Nicknamed ‘the land of the rising sun’, Japan is a small country in Asia with a crimson sun at the center of its flag. The civilizations and culture of the country have been among the oldest in the world. Japan has influenced the world and continues to do so even today, thanks to its strong heritage and value system.
Here, MomJunction presents 43 interesting facts about the island nation of Japan.
Name and Foundation
- The Japanese call their country ‘Nihon’ or ‘Nippon,’ which means the ‘Land of the Rising Sun.’
- Did you know that it was the Portuguese who introduced the rest of the world to the name Japan? The Portuguese traders who visited Southeast Asia heard from locals of a place called Japun, which is the name of Japan in the Malay language. The Malay name itself was derived from the Chinese name Zeppen.
- 16th century Europeans spelled Japan as Giapan, which eventually was modified to the spelling we know today.
- The first mention of the country in the English language comes from a book written in 1577, where the country is referred to as Giapan.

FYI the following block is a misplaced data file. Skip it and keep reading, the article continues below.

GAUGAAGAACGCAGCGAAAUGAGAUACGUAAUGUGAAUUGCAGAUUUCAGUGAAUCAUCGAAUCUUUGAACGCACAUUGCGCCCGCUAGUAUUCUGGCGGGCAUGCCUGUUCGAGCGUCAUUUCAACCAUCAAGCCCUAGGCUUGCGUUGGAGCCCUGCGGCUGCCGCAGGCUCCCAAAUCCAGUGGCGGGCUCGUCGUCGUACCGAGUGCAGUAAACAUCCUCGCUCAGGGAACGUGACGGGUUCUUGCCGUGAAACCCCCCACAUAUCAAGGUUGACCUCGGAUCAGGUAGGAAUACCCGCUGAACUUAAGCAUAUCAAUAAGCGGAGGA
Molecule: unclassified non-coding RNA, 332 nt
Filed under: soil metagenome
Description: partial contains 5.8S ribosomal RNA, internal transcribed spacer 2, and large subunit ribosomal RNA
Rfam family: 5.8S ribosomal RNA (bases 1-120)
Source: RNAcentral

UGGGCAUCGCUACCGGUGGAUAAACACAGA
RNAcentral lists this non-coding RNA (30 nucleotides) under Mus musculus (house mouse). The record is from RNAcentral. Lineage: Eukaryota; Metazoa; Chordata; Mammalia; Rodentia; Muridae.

- Emperor Jimmu is considered to be the first ruler of Japan. He ascended the throne on 11th February 660 BC. This day is now celebrated as National Foundation Day and is a national holiday.
- Japan is made of more than 6,000 islands, which makes Japan an archipelago, a term used for a group of islands.
- Japan lies at the junction of four tectonic plates of the earth. It makes the country vulnerable to earthquakes as these tectonic plates shift regularly.
- The island country gets more than 1,000 earthquakes in a year although not all of them have devastating results. Mild tremors are felt almost every day.
- Japan is divided into eight regions for the political overview. There are a total of 47 prefectures (administrative divisions) in the entire country.